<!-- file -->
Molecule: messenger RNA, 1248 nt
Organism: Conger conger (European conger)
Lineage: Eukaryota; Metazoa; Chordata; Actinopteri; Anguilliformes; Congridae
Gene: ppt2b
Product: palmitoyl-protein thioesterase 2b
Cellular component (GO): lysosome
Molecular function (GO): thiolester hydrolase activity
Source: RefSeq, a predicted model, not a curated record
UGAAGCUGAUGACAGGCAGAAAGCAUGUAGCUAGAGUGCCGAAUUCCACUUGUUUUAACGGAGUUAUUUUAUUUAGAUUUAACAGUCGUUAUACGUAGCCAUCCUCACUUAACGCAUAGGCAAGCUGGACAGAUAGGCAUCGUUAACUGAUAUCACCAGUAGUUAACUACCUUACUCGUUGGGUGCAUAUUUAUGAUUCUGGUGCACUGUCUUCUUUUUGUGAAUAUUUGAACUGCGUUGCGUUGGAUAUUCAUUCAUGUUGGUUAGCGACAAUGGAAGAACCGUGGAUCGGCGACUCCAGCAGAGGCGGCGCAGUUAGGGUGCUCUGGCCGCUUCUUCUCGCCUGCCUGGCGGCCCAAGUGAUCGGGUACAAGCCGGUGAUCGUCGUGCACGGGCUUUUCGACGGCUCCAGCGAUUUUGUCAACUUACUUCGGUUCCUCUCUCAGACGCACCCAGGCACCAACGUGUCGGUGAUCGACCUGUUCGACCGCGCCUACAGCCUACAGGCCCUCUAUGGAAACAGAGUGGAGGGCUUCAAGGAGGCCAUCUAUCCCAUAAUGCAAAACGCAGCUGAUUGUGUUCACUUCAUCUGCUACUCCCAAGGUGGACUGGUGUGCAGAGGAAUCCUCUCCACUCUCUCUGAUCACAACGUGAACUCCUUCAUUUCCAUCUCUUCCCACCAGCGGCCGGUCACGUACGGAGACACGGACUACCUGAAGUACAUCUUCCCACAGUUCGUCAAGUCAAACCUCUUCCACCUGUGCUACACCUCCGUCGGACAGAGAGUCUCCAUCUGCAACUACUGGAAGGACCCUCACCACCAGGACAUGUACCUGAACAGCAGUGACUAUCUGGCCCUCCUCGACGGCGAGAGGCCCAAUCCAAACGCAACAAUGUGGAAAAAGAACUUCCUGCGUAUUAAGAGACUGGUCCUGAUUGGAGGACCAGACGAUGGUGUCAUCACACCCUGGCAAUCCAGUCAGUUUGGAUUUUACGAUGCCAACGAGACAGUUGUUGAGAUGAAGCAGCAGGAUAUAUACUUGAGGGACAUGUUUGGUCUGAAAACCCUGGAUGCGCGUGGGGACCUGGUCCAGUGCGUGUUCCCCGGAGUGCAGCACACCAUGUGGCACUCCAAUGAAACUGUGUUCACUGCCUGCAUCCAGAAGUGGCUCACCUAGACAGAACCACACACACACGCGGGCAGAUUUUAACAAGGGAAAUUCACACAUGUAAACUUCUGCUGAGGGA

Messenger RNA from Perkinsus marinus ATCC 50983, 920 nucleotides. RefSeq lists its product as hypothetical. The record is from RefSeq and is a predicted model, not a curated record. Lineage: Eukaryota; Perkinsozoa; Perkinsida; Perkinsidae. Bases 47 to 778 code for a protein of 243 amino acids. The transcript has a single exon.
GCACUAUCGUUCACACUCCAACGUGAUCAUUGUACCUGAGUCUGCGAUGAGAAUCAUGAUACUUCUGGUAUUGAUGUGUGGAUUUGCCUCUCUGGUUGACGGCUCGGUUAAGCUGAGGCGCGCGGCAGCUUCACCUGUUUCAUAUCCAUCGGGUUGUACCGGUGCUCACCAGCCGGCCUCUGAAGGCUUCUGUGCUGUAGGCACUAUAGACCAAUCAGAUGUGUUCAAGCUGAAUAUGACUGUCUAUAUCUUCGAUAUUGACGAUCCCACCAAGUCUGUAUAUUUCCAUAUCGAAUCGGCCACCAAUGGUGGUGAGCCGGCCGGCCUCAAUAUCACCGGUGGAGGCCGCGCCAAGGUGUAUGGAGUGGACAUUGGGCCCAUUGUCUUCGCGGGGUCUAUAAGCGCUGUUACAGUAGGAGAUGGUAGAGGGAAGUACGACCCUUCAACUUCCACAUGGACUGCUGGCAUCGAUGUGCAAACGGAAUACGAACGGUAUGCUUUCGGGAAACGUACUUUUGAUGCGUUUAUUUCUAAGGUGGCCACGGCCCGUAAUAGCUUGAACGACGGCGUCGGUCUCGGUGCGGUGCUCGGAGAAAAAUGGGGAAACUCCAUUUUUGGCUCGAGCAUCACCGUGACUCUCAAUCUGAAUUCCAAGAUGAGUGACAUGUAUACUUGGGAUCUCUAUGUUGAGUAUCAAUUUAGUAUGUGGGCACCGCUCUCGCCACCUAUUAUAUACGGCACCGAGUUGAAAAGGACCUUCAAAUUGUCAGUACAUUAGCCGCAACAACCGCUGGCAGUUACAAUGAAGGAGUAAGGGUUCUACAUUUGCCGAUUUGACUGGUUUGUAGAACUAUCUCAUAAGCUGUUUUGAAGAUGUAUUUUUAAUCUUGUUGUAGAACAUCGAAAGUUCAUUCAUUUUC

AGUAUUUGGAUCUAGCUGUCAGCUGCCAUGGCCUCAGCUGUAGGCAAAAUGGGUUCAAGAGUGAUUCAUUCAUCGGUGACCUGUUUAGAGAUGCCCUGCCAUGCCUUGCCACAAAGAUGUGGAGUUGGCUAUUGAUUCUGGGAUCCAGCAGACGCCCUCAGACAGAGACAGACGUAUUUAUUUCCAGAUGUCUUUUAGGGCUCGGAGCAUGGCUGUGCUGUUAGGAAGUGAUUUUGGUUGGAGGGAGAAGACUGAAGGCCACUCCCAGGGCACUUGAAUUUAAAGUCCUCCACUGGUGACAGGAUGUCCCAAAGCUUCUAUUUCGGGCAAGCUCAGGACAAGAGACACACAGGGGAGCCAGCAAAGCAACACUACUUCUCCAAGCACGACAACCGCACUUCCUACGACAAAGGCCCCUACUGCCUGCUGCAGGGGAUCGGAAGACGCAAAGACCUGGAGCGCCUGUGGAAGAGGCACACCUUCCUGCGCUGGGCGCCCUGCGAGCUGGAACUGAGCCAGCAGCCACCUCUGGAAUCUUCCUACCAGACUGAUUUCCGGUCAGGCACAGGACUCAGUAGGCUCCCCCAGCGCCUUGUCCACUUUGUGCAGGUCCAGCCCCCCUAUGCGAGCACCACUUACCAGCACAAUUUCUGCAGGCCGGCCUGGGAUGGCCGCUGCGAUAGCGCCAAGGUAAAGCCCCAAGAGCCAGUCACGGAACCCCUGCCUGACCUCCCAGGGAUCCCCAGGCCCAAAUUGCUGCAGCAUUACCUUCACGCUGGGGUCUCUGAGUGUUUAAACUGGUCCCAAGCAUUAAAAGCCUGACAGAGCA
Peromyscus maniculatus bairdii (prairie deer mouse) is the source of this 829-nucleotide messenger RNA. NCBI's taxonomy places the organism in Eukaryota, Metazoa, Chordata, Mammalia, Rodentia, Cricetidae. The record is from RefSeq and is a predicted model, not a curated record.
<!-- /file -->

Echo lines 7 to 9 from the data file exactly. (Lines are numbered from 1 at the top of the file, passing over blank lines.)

Molecular function (GO): thiolester hydrolase activity
Source: RefSeq, a predicted model, not a curated record
UGAAGCUGAUGACAGGCAGAAAGCAUGUAGCUAGAGUGCCGAAUUCCACUUGUUUUAACGGAGUUAUUUUAUUUAGAUUUAACAGUCGUUAUACGUAGCCAUCCUCACUUAACGCAUAGGCAAGCUGGACAGAUAGGCAUCGUUAACUGAUAUCACCAGUAGUUAACUACCUUACUCGUUGGGUGCAUAUUUAUGAUUCUGGUGCACUGUCUUCUUUUUGUGAAUAUUUGAACUGCGUUGCGUUGGAUAUUCAUUCAUGUUGGUUAGCGACAAUGGAAGAACCGUGGAUCGGCGACUCCAGCAGAGGCGGCGCAGUUAGGGUGCUCUGGCCGCUUCUUCUCGCCUGCCUGGCGGCCCAAGUGAUCGGGUACAAGCCGGUGAUCGUCGUGCACGGGCUUUUCGACGGCUCCAGCGAUUUUGUCAACUUACUUCGGUUCCUCUCUCAGACGCACCCAGGCACCAACGUGUCGGUGAUCGACCUGUUCGACCGCGCCUACAGCCUACAGGCCCUCUAUGGAAACAGAGUGGAGGGCUUCAAGGAGGCCAUCUAUCCCAUAAUGCAAAACGCAGCUGAUUGUGUUCACUUCAUCUGCUACUCCCAAGGUGGACUGGUGUGCAGAGGAAUCCUCUCCACUCUCUCUGAUCACAACGUGAACUCCUUCAUUUCCAUCUCUUCCCACCAGCGGCCGGUCACGUACGGAGACACGGACUACCUGAAGUACAUCUUCCCACAGUUCGUCAAGUCAAACCUCUUCCACCUGUGCUACACCUCCGUCGGACAGAGAGUCUCCAUCUGCAACUACUGGAAGGACCCUCACCACCAGGACAUGUACCUGAACAGCAGUGACUAUCUGGCCCUCCUCGACGGCGAGAGGCCCAAUCCAAACGCAACAAUGUGGAAAAAGAACUUCCUGCGUAUUAAGAGACUGGUCCUGAUUGGAGGACCAGACGAUGGUGUCAUCACACCCUGGCAAUCCAGUCAGUUUGGAUUUUACGAUGCCAACGAGACAGUUGUUGAGAUGAAGCAGCAGGAUAUAUACUUGAGGGACAUGUUUGGUCUGAAAACCCUGGAUGCGCGUGGGGACCUGGUCCAGUGCGUGUUCCCCGGAGUGCAGCACACCAUGUGGCACUCCAAUGAAACUGUGUUCACUGCCUGCAUCCAGAAGUGGCUCACCUAGACAGAACCACACACACACGCGGGCAGAUUUUAACAAGGGAAAUUCACACAUGUAAACUUCUGCUGAGGGA